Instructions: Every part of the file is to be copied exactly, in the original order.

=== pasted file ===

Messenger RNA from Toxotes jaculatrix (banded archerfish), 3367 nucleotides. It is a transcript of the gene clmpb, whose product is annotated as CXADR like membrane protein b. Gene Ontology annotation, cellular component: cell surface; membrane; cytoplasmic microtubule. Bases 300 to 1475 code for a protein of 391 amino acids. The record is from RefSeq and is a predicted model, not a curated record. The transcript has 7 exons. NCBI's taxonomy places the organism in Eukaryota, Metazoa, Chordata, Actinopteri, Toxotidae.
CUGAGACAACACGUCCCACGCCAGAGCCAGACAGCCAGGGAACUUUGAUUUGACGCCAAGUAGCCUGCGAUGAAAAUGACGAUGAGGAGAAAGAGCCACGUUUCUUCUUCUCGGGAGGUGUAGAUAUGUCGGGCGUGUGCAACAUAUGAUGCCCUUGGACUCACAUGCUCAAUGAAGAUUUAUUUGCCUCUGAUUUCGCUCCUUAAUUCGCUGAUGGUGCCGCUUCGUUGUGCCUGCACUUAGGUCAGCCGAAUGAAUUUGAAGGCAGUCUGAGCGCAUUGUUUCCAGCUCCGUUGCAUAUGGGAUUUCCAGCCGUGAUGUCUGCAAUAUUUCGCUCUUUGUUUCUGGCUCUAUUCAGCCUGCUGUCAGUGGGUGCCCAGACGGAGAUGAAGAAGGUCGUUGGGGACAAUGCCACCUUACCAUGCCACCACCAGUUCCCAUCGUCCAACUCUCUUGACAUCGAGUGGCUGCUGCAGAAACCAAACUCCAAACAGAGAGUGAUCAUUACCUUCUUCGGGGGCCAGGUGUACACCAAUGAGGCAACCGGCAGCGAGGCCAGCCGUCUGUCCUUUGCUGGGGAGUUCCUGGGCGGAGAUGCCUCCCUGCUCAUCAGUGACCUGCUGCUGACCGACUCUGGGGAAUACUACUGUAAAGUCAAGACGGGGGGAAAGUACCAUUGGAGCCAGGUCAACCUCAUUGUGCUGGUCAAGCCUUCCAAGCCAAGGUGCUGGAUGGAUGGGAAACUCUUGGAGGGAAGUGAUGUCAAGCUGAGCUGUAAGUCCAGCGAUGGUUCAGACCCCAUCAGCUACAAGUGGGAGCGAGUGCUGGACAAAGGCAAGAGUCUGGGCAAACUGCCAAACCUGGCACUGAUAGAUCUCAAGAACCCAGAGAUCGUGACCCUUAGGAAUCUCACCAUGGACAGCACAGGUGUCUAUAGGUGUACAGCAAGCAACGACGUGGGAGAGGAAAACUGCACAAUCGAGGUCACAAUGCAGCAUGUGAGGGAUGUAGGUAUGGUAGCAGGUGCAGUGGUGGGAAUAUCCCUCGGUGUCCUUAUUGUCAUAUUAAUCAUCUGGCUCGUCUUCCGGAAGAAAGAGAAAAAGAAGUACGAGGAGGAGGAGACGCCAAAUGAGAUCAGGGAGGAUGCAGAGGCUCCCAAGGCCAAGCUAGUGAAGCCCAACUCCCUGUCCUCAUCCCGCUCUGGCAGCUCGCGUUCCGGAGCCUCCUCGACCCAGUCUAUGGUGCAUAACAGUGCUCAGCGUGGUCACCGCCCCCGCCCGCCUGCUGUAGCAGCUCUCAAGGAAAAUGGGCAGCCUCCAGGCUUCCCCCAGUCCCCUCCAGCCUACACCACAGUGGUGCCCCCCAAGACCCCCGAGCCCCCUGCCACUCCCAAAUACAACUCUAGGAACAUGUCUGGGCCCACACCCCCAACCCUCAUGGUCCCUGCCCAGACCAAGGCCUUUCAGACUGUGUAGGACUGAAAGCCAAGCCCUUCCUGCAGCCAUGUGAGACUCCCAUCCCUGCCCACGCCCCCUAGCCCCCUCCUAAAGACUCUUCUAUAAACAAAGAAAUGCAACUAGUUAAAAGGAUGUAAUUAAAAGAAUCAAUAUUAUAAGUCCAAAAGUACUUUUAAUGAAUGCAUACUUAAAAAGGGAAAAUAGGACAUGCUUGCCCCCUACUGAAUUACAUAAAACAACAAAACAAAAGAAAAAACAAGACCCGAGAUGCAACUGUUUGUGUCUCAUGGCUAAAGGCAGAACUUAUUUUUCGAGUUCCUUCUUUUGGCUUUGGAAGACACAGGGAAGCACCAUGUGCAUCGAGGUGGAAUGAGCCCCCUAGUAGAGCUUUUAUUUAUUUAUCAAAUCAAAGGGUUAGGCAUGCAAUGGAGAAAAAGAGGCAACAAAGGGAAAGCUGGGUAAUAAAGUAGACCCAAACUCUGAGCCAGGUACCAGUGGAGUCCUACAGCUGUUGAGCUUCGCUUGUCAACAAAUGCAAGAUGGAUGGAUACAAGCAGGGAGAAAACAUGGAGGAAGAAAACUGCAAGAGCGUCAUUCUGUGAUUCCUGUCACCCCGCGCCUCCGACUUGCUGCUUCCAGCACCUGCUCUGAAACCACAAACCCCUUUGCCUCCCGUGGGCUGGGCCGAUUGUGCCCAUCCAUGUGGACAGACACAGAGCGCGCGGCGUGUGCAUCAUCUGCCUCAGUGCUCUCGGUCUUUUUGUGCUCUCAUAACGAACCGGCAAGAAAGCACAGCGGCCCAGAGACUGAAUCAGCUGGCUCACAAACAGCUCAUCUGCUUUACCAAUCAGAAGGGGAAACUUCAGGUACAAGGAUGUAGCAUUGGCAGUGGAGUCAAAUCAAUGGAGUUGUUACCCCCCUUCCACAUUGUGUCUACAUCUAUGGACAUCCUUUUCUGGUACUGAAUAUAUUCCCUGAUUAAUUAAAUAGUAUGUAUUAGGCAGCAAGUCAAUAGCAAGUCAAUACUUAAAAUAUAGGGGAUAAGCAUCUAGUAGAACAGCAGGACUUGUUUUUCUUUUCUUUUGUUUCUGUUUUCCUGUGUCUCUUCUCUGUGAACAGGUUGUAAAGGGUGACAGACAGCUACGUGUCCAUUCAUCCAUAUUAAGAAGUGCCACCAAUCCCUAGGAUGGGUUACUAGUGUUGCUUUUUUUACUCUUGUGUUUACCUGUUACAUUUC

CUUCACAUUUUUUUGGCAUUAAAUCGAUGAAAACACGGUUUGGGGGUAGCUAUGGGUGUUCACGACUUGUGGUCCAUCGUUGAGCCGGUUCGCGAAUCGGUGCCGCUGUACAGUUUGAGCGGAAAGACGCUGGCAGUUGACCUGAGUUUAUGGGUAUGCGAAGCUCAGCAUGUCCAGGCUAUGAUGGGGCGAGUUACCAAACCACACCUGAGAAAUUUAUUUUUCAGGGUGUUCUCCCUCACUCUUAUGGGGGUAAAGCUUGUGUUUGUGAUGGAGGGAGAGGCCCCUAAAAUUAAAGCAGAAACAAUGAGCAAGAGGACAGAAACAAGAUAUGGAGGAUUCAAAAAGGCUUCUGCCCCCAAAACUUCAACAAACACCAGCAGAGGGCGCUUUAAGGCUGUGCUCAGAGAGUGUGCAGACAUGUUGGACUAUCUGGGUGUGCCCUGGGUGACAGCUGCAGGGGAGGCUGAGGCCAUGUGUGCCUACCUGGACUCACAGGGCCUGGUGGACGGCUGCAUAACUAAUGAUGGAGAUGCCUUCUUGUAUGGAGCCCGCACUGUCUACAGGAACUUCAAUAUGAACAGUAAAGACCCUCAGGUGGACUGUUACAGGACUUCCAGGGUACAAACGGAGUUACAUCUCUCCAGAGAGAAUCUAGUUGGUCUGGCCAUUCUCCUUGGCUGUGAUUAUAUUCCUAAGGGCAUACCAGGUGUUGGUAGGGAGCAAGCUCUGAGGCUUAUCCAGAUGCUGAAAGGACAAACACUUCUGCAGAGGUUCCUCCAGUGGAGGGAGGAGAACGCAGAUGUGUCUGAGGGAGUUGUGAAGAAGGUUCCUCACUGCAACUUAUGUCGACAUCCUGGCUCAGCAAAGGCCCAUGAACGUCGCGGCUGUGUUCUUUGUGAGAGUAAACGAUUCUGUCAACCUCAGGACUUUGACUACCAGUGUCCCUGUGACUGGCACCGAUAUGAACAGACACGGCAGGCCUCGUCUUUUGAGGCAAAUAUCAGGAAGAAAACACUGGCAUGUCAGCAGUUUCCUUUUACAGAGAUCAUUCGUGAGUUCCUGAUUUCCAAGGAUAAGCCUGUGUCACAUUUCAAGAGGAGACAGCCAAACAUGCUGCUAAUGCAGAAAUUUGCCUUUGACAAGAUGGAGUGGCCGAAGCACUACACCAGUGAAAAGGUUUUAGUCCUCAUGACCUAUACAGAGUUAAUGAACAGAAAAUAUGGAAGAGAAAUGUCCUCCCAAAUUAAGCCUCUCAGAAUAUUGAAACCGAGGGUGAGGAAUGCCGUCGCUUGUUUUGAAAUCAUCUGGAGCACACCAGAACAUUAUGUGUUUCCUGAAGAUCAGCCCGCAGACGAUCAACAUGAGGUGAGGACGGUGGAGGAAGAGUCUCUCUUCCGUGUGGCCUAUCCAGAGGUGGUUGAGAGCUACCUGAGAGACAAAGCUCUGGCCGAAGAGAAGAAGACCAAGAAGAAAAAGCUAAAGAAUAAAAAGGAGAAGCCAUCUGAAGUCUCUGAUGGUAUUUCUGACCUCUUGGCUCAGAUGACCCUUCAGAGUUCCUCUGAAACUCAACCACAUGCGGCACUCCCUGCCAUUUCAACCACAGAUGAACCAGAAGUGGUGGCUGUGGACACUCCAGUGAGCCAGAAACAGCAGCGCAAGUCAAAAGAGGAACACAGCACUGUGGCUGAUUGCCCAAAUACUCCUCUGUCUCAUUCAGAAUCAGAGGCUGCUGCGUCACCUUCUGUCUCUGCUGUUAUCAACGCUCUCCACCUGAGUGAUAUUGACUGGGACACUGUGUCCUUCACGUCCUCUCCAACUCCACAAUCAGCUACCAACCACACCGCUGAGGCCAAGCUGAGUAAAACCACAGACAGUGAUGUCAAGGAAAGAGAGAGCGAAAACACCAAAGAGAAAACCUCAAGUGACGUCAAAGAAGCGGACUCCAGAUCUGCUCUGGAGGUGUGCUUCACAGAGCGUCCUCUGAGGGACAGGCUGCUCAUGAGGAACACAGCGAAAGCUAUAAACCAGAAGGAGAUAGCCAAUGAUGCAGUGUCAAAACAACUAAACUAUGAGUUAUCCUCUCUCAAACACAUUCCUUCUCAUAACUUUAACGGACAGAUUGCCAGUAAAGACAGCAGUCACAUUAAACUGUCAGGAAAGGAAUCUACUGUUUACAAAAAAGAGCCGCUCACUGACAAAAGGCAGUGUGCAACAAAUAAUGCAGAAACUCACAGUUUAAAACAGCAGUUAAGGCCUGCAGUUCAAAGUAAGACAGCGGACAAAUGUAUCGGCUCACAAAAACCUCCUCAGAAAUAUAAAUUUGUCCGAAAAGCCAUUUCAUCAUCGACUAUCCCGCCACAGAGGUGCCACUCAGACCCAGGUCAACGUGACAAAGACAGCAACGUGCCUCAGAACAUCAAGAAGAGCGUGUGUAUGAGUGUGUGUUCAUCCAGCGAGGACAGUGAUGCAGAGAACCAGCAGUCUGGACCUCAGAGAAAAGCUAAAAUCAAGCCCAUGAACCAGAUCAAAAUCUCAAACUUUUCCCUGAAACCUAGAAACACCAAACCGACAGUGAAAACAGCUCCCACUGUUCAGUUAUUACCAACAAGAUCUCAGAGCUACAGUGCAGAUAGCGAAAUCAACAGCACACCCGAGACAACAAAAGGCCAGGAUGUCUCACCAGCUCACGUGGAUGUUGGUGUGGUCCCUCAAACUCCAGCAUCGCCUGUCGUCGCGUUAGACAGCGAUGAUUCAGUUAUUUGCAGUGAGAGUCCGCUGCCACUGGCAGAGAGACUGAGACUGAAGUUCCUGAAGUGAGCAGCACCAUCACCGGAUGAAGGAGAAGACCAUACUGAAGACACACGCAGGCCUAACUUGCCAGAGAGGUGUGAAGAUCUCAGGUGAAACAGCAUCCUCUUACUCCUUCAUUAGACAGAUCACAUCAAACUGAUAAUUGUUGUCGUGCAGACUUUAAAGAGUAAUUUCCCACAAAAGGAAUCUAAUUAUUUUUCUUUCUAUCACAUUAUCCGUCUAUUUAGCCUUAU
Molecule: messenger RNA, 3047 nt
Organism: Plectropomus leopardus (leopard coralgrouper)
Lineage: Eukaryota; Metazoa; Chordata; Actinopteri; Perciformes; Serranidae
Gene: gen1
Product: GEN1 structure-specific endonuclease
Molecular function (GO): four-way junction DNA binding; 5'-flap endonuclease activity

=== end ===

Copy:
Messenger RNA from Toxotes jaculatrix (banded archerfish), 3367 nucleotides. It is a transcript of the gene clmpb, whose product is annotated as CXADR like membrane protein b. Gene Ontology annotation, cellular component: cell surface; membrane; cytoplasmic microtubule. Bases 300 to 1475 code for a protein of 391 amino acids. The record is from RefSeq and is a predicted model, not a curated record. The transcript has 7 exons. NCBI's taxonomy places the organism in Eukaryota, Metazoa, Chordata, Actinopteri, Toxotidae.
CUGAGACAACACGUCCCACGCCAGAGCCAGACAGCCAGGGAACUUUGAUUUGACGCCAAGUAGCCUGCGAUGAAAAUGACGAUGAGGAGAAAGAGCCACGUUUCUUCUUCUCGGGAGGUGUAGAUAUGUCGGGCGUGUGCAACAUAUGAUGCCCUUGGACUCACAUGCUCAAUGAAGAUUUAUUUGCCUCUGAUUUCGCUCCUUAAUUCGCUGAUGGUGCCGCUUCGUUGUGCCUGCACUUAGGUCAGCCGAAUGAAUUUGAAGGCAGUCUGAGCGCAUUGUUUCCAGCUCCGUUGCAUAUGGGAUUUCCAGCCGUGAUGUCUGCAAUAUUUCGCUCUUUGUUUCUGGCUCUAUUCAGCCUGCUGUCAGUGGGUGCCCAGACGGAGAUGAAGAAGGUCGUUGGGGACAAUGCCACCUUACCAUGCCACCACCAGUUCCCAUCGUCCAACUCUCUUGACAUCGAGUGGCUGCUGCAGAAACCAAACUCCAAACAGAGAGUGAUCAUUACCUUCUUCGGGGGCCAGGUGUACACCAAUGAGGCAACCGGCAGCGAGGCCAGCCGUCUGUCCUUUGCUGGGGAGUUCCUGGGCGGAGAUGCCUCCCUGCUCAUCAGUGACCUGCUGCUGACCGACUCUGGGGAAUACUACUGUAAAGUCAAGACGGGGGGAAAGUACCAUUGGAGCCAGGUCAACCUCAUUGUGCUGGUCAAGCCUUCCAAGCCAAGGUGCUGGAUGGAUGGGAAACUCUUGGAGGGAAGUGAUGUCAAGCUGAGCUGUAAGUCCAGCGAUGGUUCAGACCCCAUCAGCUACAAGUGGGAGCGAGUGCUGGACAAAGGCAAGAGUCUGGGCAAACUGCCAAACCUGGCACUGAUAGAUCUCAAGAACCCAGAGAUCGUGACCCUUAGGAAUCUCACCAUGGACAGCACAGGUGUCUAUAGGUGUACAGCAAGCAACGACGUGGGAGAGGAAAACUGCACAAUCGAGGUCACAAUGCAGCAUGUGAGGGAUGUAGGUAUGGUAGCAGGUGCAGUGGUGGGAAUAUCCCUCGGUGUCCUUAUUGUCAUAUUAAUCAUCUGGCUCGUCUUCCGGAAGAAAGAGAAAAAGAAGUACGAGGAGGAGGAGACGCCAAAUGAGAUCAGGGAGGAUGCAGAGGCUCCCAAGGCCAAGCUAGUGAAGCCCAACUCCCUGUCCUCAUCCCGCUCUGGCAGCUCGCGUUCCGGAGCCUCCUCGACCCAGUCUAUGGUGCAUAACAGUGCUCAGCGUGGUCACCGCCCCCGCCCGCCUGCUGUAGCAGCUCUCAAGGAAAAUGGGCAGCCUCCAGGCUUCCCCCAGUCCCCUCCAGCCUACACCACAGUGGUGCCCCCCAAGACCCCCGAGCCCCCUGCCACUCCCAAAUACAACUCUAGGAACAUGUCUGGGCCCACACCCCCAACCCUCAUGGUCCCUGCCCAGACCAAGGCCUUUCAGACUGUGUAGGACUGAAAGCCAAGCCCUUCCUGCAGCCAUGUGAGACUCCCAUCCCUGCCCACGCCCCCUAGCCCCCUCCUAAAGACUCUUCUAUAAACAAAGAAAUGCAACUAGUUAAAAGGAUGUAAUUAAAAGAAUCAAUAUUAUAAGUCCAAAAGUACUUUUAAUGAAUGCAUACUUAAAAAGGGAAAAUAGGACAUGCUUGCCCCCUACUGAAUUACAUAAAACAACAAAACAAAAGAAAAAACAAGACCCGAGAUGCAACUGUUUGUGUCUCAUGGCUAAAGGCAGAACUUAUUUUUCGAGUUCCUUCUUUUGGCUUUGGAAGACACAGGGAAGCACCAUGUGCAUCGAGGUGGAAUGAGCCCCCUAGUAGAGCUUUUAUUUAUUUAUCAAAUCAAAGGGUUAGGCAUGCAAUGGAGAAAAAGAGGCAACAAAGGGAAAGCUGGGUAAUAAAGUAGACCCAAACUCUGAGCCAGGUACCAGUGGAGUCCUACAGCUGUUGAGCUUCGCUUGUCAACAAAUGCAAGAUGGAUGGAUACAAGCAGGGAGAAAACAUGGAGGAAGAAAACUGCAAGAGCGUCAUUCUGUGAUUCCUGUCACCCCGCGCCUCCGACUUGCUGCUUCCAGCACCUGCUCUGAAACCACAAACCCCUUUGCCUCCCGUGGGCUGGGCCGAUUGUGCCCAUCCAUGUGGACAGACACAGAGCGCGCGGCGUGUGCAUCAUCUGCCUCAGUGCUCUCGGUCUUUUUGUGCUCUCAUAACGAACCGGCAAGAAAGCACAGCGGCCCAGAGACUGAAUCAGCUGGCUCACAAACAGCUCAUCUGCUUUACCAAUCAGAAGGGGAAACUUCAGGUACAAGGAUGUAGCAUUGGCAGUGGAGUCAAAUCAAUGGAGUUGUUACCCCCCUUCCACAUUGUGUCUACAUCUAUGGACAUCCUUUUCUGGUACUGAAUAUAUUCCCUGAUUAAUUAAAUAGUAUGUAUUAGGCAGCAAGUCAAUAGCAAGUCAAUACUUAAAAUAUAGGGGAUAAGCAUCUAGUAGAACAGCAGGACUUGUUUUUCUUUUCUUUUGUUUCUGUUUUCCUGUGUCUCUUCUCUGUGAACAGGUUGUAAAGGGUGACAGACAGCUACGUGUCCAUUCAUCCAUAUUAAGAAGUGCCACCAAUCCCUAGGAUGGGUUACUAGUGUUGCUUUUUUUACUCUUGUGUUUACCUGUUACAUUUC

CUUCACAUUUUUUUGGCAUUAAAUCGAUGAAAACACGGUUUGGGGGUAGCUAUGGGUGUUCACGACUUGUGGUCCAUCGUUGAGCCGGUUCGCGAAUCGGUGCCGCUGUACAGUUUGAGCGGAAAGACGCUGGCAGUUGACCUGAGUUUAUGGGUAUGCGAAGCUCAGCAUGUCCAGGCUAUGAUGGGGCGAGUUACCAAACCACACCUGAGAAAUUUAUUUUUCAGGGUGUUCUCCCUCACUCUUAUGGGGGUAAAGCUUGUGUUUGUGAUGGAGGGAGAGGCCCCUAAAAUUAAAGCAGAAACAAUGAGCAAGAGGACAGAAACAAGAUAUGGAGGAUUCAAAAAGGCUUCUGCCCCCAAAACUUCAACAAACACCAGCAGAGGGCGCUUUAAGGCUGUGCUCAGAGAGUGUGCAGACAUGUUGGACUAUCUGGGUGUGCCCUGGGUGACAGCUGCAGGGGAGGCUGAGGCCAUGUGUGCCUACCUGGACUCACAGGGCCUGGUGGACGGCUGCAUAACUAAUGAUGGAGAUGCCUUCUUGUAUGGAGCCCGCACUGUCUACAGGAACUUCAAUAUGAACAGUAAAGACCCUCAGGUGGACUGUUACAGGACUUCCAGGGUACAAACGGAGUUACAUCUCUCCAGAGAGAAUCUAGUUGGUCUGGCCAUUCUCCUUGGCUGUGAUUAUAUUCCUAAGGGCAUACCAGGUGUUGGUAGGGAGCAAGCUCUGAGGCUUAUCCAGAUGCUGAAAGGACAAACACUUCUGCAGAGGUUCCUCCAGUGGAGGGAGGAGAACGCAGAUGUGUCUGAGGGAGUUGUGAAGAAGGUUCCUCACUGCAACUUAUGUCGACAUCCUGGCUCAGCAAAGGCCCAUGAACGUCGCGGCUGUGUUCUUUGUGAGAGUAAACGAUUCUGUCAACCUCAGGACUUUGACUACCAGUGUCCCUGUGACUGGCACCGAUAUGAACAGACACGGCAGGCCUCGUCUUUUGAGGCAAAUAUCAGGAAGAAAACACUGGCAUGUCAGCAGUUUCCUUUUACAGAGAUCAUUCGUGAGUUCCUGAUUUCCAAGGAUAAGCCUGUGUCACAUUUCAAGAGGAGACAGCCAAACAUGCUGCUAAUGCAGAAAUUUGCCUUUGACAAGAUGGAGUGGCCGAAGCACUACACCAGUGAAAAGGUUUUAGUCCUCAUGACCUAUACAGAGUUAAUGAACAGAAAAUAUGGAAGAGAAAUGUCCUCCCAAAUUAAGCCUCUCAGAAUAUUGAAACCGAGGGUGAGGAAUGCCGUCGCUUGUUUUGAAAUCAUCUGGAGCACACCAGAACAUUAUGUGUUUCCUGAAGAUCAGCCCGCAGACGAUCAACAUGAGGUGAGGACGGUGGAGGAAGAGUCUCUCUUCCGUGUGGCCUAUCCAGAGGUGGUUGAGAGCUACCUGAGAGACAAAGCUCUGGCCGAAGAGAAGAAGACCAAGAAGAAAAAGCUAAAGAAUAAAAAGGAGAAGCCAUCUGAAGUCUCUGAUGGUAUUUCUGACCUCUUGGCUCAGAUGACCCUUCAGAGUUCCUCUGAAACUCAACCACAUGCGGCACUCCCUGCCAUUUCAACCACAGAUGAACCAGAAGUGGUGGCUGUGGACACUCCAGUGAGCCAGAAACAGCAGCGCAAGUCAAAAGAGGAACACAGCACUGUGGCUGAUUGCCCAAAUACUCCUCUGUCUCAUUCAGAAUCAGAGGCUGCUGCGUCACCUUCUGUCUCUGCUGUUAUCAACGCUCUCCACCUGAGUGAUAUUGACUGGGACACUGUGUCCUUCACGUCCUCUCCAACUCCACAAUCAGCUACCAACCACACCGCUGAGGCCAAGCUGAGUAAAACCACAGACAGUGAUGUCAAGGAAAGAGAGAGCGAAAACACCAAAGAGAAAACCUCAAGUGACGUCAAAGAAGCGGACUCCAGAUCUGCUCUGGAGGUGUGCUUCACAGAGCGUCCUCUGAGGGACAGGCUGCUCAUGAGGAACACAGCGAAAGCUAUAAACCAGAAGGAGAUAGCCAAUGAUGCAGUGUCAAAACAACUAAACUAUGAGUUAUCCUCUCUCAAACACAUUCCUUCUCAUAACUUUAACGGACAGAUUGCCAGUAAAGACAGCAGUCACAUUAAACUGUCAGGAAAGGAAUCUACUGUUUACAAAAAAGAGCCGCUCACUGACAAAAGGCAGUGUGCAACAAAUAAUGCAGAAACUCACAGUUUAAAACAGCAGUUAAGGCCUGCAGUUCAAAGUAAGACAGCGGACAAAUGUAUCGGCUCACAAAAACCUCCUCAGAAAUAUAAAUUUGUCCGAAAAGCCAUUUCAUCAUCGACUAUCCCGCCACAGAGGUGCCACUCAGACCCAGGUCAACGUGACAAAGACAGCAACGUGCCUCAGAACAUCAAGAAGAGCGUGUGUAUGAGUGUGUGUUCAUCCAGCGAGGACAGUGAUGCAGAGAACCAGCAGUCUGGACCUCAGAGAAAAGCUAAAAUCAAGCCCAUGAACCAGAUCAAAAUCUCAAACUUUUCCCUGAAACCUAGAAACACCAAACCGACAGUGAAAACAGCUCCCACUGUUCAGUUAUUACCAACAAGAUCUCAGAGCUACAGUGCAGAUAGCGAAAUCAACAGCACACCCGAGACAACAAAAGGCCAGGAUGUCUCACCAGCUCACGUGGAUGUUGGUGUGGUCCCUCAAACUCCAGCAUCGCCUGUCGUCGCGUUAGACAGCGAUGAUUCAGUUAUUUGCAGUGAGAGUCCGCUGCCACUGGCAGAGAGACUGAGACUGAAGUUCCUGAAGUGAGCAGCACCAUCACCGGAUGAAGGAGAAGACCAUACUGAAGACACACGCAGGCCUAACUUGCCAGAGAGGUGUGAAGAUCUCAGGUGAAACAGCAUCCUCUUACUCCUUCAUUAGACAGAUCACAUCAAACUGAUAAUUGUUGUCGUGCAGACUUUAAAGAGUAAUUUCCCACAAAAGGAAUCUAAUUAUUUUUCUUUCUAUCACAUUAUCCGUCUAUUUAGCCUUAU
Molecule: messenger RNA, 3047 nt
Organism: Plectropomus leopardus (leopard coralgrouper)
Lineage: Eukaryota; Metazoa; Chordata; Actinopteri; Perciformes; Serranidae
Gene: gen1
Product: GEN1 structure-specific endonuclease
Molecular function (GO): four-way junction DNA binding; 5'-flap endonuclease activity